Why Companies Are Turning Away From Apple Pay
Apple Pay is giving more power to credit card companies. Some big retailers hate this.
That's why Wal-Mart, Target and others created a rival app: CurrentC. It's expected to be slower than tap-to-pay technology like Apple Pay, but CurrentC makes processing payments cheaper for retailers.
When you swipe your card at stores, retailers have to pay credit card companies between 1.5% and 3% of every transaction. With CurrentC, retailers might get away with paying a tenth as much.
That drop in costs is huge. Consider Wal-Mart, which earned $4 billion in profit on $119 billion in sales last quarter, a profit margin of just 3%. Cutting down on swipe fees could amount to hundreds of millions -- even billions -- more dollars in profit.
"This isn't a battle being fought over security or ease of use," noted John Zurawski, an executive at Authentify, which secures payments. "It's a battle being fought over interchange fees that merchants pay." Apple Pay runs on credit card networks. If it grows popular, Visa (V) and MasterCard (MA) would get stronger and fees would stick around. That's something retailers have been fighting for years.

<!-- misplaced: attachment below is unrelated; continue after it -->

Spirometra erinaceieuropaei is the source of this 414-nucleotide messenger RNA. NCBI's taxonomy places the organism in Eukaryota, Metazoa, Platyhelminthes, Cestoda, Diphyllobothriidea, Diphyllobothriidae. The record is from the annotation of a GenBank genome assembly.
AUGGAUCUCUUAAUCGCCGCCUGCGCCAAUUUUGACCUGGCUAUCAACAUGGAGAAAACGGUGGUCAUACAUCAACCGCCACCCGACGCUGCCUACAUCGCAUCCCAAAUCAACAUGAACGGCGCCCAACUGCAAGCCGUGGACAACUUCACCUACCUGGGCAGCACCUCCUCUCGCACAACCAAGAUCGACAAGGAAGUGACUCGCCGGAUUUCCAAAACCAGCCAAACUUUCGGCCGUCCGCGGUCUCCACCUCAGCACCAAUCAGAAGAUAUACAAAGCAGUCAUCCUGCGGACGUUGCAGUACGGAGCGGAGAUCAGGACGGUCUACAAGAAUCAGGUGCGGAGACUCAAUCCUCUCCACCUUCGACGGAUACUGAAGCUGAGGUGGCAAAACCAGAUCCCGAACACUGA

By contrast, CurrentC runs on an old, little-known payment network called "the automated clearinghouse." It's cheaper for shops to process payments, because the system is generally slower. (It's the one used for direct deposit and social security benefits.)
"This is an effort by large retailers to see if they can invent a mobile payment solution that gets them out from what they perceive to be the financial industry's control," said Jason Kratovil, a bank lobbyist in the nation's capital.
These retailers are also rejecting Apple Pay out of fear that Apple's newer, safer payment system will let banks charge stores even more money for every swipe, according to Cherian Abraham, a mobile payment expert with Experian (EXPGF).
"Retailers have always looked at contactless payments with suspicion," Abraham said. "They're worried that as volume picks up, they'll see higher rates."
Then there's customer data. Shops want it. Apple Pay doesn't give it to them.
With Apple Pay, store registers never get your credit card number -- only an anonymous payment token. This chokes off the number one way retailers get customer data for tracking purchases and directly marketing to you afterward.
Meanwhile, CurrentC is at its core a coupon-and-rewards app. That gives companies lots of detailed information about what you buy and who you are.
CurrentC was developed by the Merchant Customer Exchange, a consortium of retailers that includes CVS (CVS) and Rite Aid (RAD). Joining MCX forces retailers to reject Apple Pay, which is why CVS and Rite Aid ditched it last week.
On a call with reporters this week, the group's CEO, Dekkers Davidson, said its members invested significant time and money to develop the alternative. They're not turning back now.
Zachary T. Brown